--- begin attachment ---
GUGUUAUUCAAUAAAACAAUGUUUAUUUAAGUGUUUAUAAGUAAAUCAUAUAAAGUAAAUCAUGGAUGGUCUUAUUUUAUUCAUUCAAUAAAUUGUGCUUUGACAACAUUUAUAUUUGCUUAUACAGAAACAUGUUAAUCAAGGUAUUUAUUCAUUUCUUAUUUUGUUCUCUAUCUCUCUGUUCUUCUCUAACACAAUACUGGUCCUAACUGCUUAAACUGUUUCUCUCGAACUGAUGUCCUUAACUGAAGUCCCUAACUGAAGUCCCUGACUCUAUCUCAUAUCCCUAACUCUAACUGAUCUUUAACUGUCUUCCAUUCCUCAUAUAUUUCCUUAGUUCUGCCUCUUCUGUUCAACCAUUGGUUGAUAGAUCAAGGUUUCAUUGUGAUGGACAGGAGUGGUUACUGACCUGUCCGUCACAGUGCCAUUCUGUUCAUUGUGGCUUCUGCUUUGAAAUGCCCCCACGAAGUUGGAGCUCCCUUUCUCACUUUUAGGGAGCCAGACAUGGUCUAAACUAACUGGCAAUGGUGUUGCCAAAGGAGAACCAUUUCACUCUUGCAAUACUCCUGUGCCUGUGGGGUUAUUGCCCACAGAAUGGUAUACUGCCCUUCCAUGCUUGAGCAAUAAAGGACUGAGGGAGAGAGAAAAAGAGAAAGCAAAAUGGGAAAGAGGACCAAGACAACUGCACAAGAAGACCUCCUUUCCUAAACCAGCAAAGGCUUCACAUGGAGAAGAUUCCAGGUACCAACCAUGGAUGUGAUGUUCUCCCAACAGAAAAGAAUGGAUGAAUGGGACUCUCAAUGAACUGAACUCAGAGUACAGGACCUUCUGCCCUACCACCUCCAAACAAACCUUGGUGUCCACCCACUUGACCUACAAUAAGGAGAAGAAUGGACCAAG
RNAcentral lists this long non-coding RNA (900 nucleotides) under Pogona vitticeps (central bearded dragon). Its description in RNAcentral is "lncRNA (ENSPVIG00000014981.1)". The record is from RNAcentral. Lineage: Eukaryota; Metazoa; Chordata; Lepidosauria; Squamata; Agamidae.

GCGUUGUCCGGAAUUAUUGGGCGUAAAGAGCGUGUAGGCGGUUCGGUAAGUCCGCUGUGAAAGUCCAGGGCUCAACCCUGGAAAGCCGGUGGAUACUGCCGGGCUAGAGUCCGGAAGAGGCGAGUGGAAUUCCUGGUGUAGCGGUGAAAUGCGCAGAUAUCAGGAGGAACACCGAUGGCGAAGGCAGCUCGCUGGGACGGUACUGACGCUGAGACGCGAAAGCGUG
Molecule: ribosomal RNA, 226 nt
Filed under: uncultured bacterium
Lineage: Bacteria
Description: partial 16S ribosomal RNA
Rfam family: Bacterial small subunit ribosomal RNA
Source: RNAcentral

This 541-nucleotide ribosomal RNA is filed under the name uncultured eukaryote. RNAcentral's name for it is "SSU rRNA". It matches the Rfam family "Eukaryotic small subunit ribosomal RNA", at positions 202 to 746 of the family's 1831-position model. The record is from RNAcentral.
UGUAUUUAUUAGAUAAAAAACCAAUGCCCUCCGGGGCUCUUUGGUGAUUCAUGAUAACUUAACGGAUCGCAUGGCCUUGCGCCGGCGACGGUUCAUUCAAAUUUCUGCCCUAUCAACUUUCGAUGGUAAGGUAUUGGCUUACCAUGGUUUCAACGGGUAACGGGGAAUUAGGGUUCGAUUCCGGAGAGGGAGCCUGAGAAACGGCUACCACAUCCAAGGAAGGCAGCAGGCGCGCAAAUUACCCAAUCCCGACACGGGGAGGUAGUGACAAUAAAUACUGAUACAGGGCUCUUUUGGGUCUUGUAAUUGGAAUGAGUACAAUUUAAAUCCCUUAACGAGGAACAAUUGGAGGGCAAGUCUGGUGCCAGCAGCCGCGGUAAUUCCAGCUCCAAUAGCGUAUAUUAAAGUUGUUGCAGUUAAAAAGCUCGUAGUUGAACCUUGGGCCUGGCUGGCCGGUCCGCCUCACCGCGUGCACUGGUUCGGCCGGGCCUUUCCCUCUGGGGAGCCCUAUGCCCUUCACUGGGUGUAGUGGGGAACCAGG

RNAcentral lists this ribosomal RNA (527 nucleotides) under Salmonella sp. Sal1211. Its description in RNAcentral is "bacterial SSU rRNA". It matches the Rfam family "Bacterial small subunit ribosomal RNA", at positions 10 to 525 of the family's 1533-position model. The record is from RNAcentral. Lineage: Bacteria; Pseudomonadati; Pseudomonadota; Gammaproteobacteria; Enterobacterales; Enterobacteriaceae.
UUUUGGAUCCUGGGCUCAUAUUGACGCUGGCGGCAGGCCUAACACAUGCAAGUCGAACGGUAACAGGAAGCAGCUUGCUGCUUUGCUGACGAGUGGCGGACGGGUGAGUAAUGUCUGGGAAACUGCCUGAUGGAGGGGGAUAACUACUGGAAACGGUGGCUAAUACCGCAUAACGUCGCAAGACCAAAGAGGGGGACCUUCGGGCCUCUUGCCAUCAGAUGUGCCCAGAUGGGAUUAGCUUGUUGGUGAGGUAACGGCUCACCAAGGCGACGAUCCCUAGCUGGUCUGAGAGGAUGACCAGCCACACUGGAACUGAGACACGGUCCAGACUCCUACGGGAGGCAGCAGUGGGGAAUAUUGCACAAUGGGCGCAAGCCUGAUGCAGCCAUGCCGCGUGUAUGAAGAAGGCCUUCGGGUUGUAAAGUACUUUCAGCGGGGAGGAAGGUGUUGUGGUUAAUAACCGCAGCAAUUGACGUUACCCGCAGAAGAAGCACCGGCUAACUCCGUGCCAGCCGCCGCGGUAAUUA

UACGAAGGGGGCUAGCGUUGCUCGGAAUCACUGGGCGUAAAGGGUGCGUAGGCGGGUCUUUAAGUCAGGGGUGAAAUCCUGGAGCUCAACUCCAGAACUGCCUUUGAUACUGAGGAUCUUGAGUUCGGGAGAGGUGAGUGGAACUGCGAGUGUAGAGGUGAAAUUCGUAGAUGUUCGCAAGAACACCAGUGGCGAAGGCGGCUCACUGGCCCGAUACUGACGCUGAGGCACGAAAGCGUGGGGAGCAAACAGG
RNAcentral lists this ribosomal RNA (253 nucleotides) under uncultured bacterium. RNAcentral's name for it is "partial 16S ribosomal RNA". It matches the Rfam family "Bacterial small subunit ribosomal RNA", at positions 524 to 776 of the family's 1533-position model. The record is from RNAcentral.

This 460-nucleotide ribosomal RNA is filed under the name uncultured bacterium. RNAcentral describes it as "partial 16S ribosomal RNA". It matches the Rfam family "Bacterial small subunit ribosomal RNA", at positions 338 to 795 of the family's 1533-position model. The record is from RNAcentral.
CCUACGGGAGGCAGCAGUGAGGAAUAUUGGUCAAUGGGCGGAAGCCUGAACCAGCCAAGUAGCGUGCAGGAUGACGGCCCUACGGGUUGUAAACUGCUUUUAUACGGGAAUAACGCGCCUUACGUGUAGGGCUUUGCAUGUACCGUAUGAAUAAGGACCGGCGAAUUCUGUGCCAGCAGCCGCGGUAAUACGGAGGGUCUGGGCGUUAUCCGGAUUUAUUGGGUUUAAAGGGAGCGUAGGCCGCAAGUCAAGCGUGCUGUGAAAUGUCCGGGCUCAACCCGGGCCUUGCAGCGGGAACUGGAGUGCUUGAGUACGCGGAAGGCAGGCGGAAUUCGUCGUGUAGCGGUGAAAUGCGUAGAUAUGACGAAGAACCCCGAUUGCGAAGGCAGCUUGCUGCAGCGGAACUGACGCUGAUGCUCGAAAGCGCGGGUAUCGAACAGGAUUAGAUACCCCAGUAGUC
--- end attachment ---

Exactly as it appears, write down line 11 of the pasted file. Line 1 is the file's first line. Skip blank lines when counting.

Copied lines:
UGUAUUUAUUAGAUAAAAAACCAAUGCCCUCCGGGGCUCUUUGGUGAUUCAUGAUAACUUAACGGAUCGCAUGGCCUUGCGCCGGCGACGGUUCAUUCAAAUUUCUGCCCUAUCAACUUUCGAUGGUAAGGUAUUGGCUUACCAUGGUUUCAACGGGUAACGGGGAAUUAGGGUUCGAUUCCGGAGAGGGAGCCUGAGAAACGGCUACCACAUCCAAGGAAGGCAGCAGGCGCGCAAAUUACCCAAUCCCGACACGGGGAGGUAGUGACAAUAAAUACUGAUACAGGGCUCUUUUGGGUCUUGUAAUUGGAAUGAGUACAAUUUAAAUCCCUUAACGAGGAACAAUUGGAGGGCAAGUCUGGUGCCAGCAGCCGCGGUAAUUCCAGCUCCAAUAGCGUAUAUUAAAGUUGUUGCAGUUAAAAAGCUCGUAGUUGAACCUUGGGCCUGGCUGGCCGGUCCGCCUCACCGCGUGCACUGGUUCGGCCGGGCCUUUCCCUCUGGGGAGCCCUAUGCCCUUCACUGGGUGUAGUGGGGAACCAGG